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Perez v. Local

United States District Court, N.D. California, San Francisco Division

February 11, 2015

THOMAS E. PEREZ, Plaintiff,
LIUNA LOCAL 261, Defendant.


LAUREL BEELER, Magistrate Judge.


This is a petition to enforce an administrative subpoena duces tecum under the Labor-Management Reporting and Disclosure Act ("LMRDA"), 29 U.S.C. § 521. (ECF No. 1.)[1] The court has subject-matter jurisdiction under 15 U.S.C. §§ 49, 50, 29 U.S.C. § 1331, and 29 U.S.C. § 1345. The Secretary of Labor issued the subpoena to respondent Local 261 of the Laborers International Union of North America ("LIUNA"). The subpoena seeks contact information for Local 261s members to aid the Secretarys investigation of the unions June 2014 election of officers. Citing the subpoenas possible effect on the First Amendment rights of the union and its members, Local 261 has refused to comply with the subpoena. For the reasons given below, the court enforces the subpoena to the degree indicated - a revision that reflects the governing law and incorporates the parties' proposed compromise positions. The court also holds that the LMRDAs statute of limitation (29 U.S.C. § 482(b)) is tolled until Local 261 complies with the subpoena.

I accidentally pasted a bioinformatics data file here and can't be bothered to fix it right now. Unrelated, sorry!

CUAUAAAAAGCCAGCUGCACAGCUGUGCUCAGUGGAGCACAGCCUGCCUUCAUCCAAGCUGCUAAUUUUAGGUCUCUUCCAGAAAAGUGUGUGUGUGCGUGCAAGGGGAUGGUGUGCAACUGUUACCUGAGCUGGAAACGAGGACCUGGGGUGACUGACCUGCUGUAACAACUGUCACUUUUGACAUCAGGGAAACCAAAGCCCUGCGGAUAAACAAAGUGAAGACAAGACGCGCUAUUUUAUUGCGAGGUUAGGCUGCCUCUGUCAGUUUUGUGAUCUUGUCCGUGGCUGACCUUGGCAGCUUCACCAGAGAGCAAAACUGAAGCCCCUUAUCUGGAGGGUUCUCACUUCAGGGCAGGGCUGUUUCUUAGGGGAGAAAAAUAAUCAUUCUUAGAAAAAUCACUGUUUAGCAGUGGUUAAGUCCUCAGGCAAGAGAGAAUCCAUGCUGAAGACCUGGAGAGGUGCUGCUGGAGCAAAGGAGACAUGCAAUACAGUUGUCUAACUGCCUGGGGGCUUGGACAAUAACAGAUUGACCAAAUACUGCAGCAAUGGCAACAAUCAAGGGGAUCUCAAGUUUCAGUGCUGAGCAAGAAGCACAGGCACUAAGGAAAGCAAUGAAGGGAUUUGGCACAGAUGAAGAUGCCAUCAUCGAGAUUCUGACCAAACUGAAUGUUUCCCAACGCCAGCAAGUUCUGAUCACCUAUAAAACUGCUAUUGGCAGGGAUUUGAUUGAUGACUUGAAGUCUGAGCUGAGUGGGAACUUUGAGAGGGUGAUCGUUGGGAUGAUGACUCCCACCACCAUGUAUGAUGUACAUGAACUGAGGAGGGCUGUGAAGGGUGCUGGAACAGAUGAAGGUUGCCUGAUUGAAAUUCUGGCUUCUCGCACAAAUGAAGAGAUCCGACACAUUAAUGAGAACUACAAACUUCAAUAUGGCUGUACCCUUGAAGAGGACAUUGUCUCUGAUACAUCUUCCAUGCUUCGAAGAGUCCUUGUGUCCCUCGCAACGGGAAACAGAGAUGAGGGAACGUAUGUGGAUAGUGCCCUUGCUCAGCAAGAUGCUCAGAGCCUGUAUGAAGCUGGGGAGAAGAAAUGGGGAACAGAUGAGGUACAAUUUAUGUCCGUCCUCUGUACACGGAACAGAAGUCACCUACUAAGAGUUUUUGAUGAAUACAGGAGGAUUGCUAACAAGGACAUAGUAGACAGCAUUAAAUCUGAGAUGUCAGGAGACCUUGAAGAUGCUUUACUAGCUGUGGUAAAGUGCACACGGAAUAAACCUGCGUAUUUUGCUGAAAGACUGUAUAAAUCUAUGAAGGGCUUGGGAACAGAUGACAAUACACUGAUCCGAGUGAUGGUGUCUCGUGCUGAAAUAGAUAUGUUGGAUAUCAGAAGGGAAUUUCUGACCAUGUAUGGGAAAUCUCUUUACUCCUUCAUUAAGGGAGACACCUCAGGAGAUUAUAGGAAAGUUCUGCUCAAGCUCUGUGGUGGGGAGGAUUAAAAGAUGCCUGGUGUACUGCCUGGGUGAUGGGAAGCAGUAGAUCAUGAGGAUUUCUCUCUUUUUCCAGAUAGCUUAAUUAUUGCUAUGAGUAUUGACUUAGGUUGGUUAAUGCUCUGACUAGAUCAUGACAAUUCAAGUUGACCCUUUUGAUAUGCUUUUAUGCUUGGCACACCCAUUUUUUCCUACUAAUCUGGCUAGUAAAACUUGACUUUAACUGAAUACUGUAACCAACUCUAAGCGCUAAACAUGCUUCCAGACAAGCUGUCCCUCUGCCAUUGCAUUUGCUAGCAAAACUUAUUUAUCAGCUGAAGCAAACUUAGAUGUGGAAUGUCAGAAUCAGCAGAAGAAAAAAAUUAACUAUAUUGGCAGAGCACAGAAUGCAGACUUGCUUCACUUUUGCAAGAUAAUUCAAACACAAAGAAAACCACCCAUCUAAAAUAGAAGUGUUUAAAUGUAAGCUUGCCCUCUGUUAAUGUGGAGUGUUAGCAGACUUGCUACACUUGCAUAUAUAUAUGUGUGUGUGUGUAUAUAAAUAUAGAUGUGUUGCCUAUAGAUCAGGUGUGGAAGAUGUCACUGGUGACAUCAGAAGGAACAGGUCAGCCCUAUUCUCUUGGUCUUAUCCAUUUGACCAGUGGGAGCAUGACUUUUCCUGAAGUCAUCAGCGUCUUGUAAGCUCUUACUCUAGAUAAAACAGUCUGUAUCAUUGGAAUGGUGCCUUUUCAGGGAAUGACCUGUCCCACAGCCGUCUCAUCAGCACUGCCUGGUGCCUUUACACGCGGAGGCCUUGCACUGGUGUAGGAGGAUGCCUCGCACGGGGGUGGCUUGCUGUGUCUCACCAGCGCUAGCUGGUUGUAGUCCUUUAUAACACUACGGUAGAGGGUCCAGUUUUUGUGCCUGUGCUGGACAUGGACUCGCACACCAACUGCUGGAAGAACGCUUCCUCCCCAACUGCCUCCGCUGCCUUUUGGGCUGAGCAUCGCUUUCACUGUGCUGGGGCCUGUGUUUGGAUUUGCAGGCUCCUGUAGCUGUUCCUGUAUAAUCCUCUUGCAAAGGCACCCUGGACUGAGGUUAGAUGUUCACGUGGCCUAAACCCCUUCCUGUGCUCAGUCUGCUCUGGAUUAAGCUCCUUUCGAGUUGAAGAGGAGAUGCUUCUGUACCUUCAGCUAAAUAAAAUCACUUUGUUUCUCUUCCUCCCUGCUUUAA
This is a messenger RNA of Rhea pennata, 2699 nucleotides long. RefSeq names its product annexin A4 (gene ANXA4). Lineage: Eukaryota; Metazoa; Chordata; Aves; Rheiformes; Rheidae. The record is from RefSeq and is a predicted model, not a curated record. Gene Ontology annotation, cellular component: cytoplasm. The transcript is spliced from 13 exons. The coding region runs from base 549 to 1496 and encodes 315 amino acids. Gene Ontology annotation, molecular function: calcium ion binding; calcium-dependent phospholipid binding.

The subpoena at issue arises from the Secretarys investigation of a complaint about Local 261s June 2014 election of union officials. That complaint was made by a union member, Ignacio Castillo, who unsuccessfully challenged incumbent candidates to become a Local 261 official. Mr. Castillo made two grievances under the LMRDA. He first claimed that, by holding the election as a walk-in ballot at the unions San Francisco hall - and not providing for absentee balloting by mail - the union depressed voting by members living outside San Francisco, in Marin and San Mateo counties. He also charged that certain of Local 261s members, employees of the City and County of San Francisco, unlawfully used municipal vehicles to drive supporters of Local 261 incumbents to the polls.